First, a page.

Nova Scotia's school review process revamped, again
Legislation proposes looking at clusters of schools, not individual buildings
The Nova Scotia government is once again changing the way underused schools are closed in the province, in hopes of making the process less confrontational.
It's the third time in less than a decade that the review process has been revamped.
When the proposed legislation becomes law, school boards will no longer be able to review individual schools for closure. Instead, they will have to look at families of schools and come up with long-term regional plans for their facilities.
To prevent duelling reviews from the boards and community members, the province said local school committees will conduct reviews of groups of schools and examine what they believe are the best solutions with the help of an independent facilitator.
"The reality is, I don't think you can ever take the emotion out," said Bob Fowler, the former deputy minister and mayor of Bridgetown who was hired to review the process for the province.
"I do believe based on the consultation that we did — talking with a broad range of stakeholders — that a more inclusive process will make it better, more understandable and more based in fact as opposed to different points of view."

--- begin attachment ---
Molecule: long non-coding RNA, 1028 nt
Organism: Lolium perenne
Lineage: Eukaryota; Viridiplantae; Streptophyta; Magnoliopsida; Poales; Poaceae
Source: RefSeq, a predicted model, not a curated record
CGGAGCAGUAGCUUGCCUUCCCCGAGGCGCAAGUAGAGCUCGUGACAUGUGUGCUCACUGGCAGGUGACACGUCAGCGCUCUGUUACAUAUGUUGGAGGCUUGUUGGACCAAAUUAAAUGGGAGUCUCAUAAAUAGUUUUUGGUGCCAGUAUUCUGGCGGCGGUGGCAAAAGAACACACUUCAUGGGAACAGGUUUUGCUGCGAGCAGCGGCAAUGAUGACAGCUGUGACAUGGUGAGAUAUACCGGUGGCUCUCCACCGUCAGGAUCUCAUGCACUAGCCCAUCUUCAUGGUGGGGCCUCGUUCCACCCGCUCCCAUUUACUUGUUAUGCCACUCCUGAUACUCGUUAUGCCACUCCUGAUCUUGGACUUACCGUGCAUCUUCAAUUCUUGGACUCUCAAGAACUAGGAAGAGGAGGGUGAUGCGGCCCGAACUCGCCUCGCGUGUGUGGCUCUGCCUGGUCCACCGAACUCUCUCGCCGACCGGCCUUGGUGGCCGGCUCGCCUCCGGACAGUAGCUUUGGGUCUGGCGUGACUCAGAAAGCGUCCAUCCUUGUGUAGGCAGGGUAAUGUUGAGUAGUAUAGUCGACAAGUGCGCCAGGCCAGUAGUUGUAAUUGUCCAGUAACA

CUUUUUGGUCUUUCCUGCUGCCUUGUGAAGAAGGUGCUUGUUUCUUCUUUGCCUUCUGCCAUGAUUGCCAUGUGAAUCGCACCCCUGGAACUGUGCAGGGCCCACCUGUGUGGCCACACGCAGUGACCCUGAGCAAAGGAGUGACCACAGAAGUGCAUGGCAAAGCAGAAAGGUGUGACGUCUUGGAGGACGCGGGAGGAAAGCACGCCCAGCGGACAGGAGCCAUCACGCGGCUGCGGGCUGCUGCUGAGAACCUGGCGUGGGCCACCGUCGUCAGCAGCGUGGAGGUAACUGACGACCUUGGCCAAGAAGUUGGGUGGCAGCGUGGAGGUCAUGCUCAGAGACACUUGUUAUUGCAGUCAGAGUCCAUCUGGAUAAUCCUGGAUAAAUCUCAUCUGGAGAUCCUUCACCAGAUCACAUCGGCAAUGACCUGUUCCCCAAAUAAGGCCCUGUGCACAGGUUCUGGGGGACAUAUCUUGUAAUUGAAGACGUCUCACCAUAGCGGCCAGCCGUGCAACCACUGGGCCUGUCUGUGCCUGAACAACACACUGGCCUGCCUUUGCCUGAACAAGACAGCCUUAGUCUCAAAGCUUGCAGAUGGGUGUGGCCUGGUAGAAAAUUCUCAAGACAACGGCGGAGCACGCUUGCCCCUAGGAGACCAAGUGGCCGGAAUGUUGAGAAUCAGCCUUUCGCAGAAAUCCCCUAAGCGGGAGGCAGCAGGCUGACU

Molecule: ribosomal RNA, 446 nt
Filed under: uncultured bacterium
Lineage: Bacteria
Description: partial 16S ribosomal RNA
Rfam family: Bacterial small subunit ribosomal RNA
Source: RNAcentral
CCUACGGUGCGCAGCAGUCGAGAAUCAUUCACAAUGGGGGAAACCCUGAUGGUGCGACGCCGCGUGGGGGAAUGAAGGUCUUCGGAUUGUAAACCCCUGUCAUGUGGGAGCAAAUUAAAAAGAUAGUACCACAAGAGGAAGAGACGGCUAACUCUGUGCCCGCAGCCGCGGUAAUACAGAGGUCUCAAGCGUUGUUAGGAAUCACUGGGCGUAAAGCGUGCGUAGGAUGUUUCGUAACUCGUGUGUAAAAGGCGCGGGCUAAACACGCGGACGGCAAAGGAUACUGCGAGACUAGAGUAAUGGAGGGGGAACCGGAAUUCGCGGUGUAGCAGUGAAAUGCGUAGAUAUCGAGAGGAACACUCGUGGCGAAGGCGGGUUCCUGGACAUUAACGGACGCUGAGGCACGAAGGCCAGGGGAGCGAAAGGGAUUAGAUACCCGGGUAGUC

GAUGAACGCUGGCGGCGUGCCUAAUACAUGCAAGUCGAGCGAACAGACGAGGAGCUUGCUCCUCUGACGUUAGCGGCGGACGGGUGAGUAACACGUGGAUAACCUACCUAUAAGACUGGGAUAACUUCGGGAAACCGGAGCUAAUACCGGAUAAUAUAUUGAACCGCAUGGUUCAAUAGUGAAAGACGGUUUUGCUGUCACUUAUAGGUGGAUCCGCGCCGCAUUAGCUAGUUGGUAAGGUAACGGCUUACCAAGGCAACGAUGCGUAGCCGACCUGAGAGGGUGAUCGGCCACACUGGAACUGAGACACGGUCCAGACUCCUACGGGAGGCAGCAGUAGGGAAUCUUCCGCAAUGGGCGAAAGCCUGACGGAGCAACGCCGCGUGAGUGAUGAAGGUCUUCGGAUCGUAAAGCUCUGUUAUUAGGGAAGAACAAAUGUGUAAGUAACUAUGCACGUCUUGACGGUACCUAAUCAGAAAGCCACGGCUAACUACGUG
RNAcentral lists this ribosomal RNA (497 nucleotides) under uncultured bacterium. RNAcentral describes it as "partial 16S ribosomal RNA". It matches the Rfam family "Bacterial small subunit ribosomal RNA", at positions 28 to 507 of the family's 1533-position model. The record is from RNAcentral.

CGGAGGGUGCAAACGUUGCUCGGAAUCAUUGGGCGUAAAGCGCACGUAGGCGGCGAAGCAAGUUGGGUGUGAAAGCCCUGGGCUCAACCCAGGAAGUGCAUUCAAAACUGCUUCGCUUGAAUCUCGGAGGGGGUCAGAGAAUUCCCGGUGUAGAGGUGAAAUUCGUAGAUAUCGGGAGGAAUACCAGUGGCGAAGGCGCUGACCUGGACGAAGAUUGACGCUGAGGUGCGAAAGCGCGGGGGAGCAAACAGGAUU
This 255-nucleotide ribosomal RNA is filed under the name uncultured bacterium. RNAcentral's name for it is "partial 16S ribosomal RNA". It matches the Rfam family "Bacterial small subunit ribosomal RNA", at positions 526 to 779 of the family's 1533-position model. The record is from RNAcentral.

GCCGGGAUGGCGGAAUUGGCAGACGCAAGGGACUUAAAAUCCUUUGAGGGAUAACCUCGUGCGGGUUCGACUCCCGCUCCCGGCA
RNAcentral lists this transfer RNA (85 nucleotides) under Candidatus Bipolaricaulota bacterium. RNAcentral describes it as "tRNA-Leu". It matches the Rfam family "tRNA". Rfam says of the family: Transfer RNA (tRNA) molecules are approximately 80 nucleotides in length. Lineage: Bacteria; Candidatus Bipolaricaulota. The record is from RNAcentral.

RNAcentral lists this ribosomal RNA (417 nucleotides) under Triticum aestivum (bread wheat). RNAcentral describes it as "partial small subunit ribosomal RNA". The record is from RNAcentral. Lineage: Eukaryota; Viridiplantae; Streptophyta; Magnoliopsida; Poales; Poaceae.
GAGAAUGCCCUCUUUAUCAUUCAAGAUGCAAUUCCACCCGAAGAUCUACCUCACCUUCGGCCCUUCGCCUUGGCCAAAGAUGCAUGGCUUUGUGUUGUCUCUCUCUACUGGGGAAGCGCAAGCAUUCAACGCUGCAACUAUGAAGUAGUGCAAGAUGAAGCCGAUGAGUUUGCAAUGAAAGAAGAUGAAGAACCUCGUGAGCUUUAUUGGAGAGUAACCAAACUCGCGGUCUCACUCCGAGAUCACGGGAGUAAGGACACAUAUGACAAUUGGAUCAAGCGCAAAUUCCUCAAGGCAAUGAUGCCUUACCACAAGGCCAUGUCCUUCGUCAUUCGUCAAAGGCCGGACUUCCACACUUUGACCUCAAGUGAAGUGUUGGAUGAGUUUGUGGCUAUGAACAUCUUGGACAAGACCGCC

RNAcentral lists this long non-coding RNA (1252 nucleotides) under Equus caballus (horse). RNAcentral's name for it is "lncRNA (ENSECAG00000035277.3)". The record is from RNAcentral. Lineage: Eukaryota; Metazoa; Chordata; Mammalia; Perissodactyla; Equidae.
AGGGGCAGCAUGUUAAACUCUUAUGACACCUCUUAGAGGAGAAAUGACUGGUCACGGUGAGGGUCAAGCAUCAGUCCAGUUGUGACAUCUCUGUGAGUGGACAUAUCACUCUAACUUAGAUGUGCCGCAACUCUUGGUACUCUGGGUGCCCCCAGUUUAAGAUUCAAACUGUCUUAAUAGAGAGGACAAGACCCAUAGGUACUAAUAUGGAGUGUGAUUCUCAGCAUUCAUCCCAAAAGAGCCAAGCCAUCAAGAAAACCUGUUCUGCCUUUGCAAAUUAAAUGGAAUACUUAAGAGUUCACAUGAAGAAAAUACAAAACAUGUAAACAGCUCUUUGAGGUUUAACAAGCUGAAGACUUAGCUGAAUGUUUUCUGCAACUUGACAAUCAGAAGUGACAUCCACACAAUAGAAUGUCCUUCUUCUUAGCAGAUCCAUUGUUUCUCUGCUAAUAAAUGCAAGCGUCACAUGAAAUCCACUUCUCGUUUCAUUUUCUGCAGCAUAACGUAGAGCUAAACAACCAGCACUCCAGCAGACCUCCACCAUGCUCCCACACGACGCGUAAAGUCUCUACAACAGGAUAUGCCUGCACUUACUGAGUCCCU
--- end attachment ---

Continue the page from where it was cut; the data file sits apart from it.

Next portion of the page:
Fowler said rather than simply closing schools that are no longer needed, boards will have to look first at changing boundaries or combining grades to better use resources.
As it stands, school boards are not required to base their school closure decisions on specific information, but they can look at population numbers, enrolment patterns and facility utilization.
Education Minister Karen Casey said reports and recommendations would be prepared by the committee and not school board staff, parents and the community, but school boards would remain responsible for deciding whether a school should be closed.
The province is hoping the new system will be implemented by September.
Between the 2008-2009 school year and the 2012-2013 school year, boards across the province decided to close 40 schools, according to a Department of Education and Early Childhood Development discussion paper.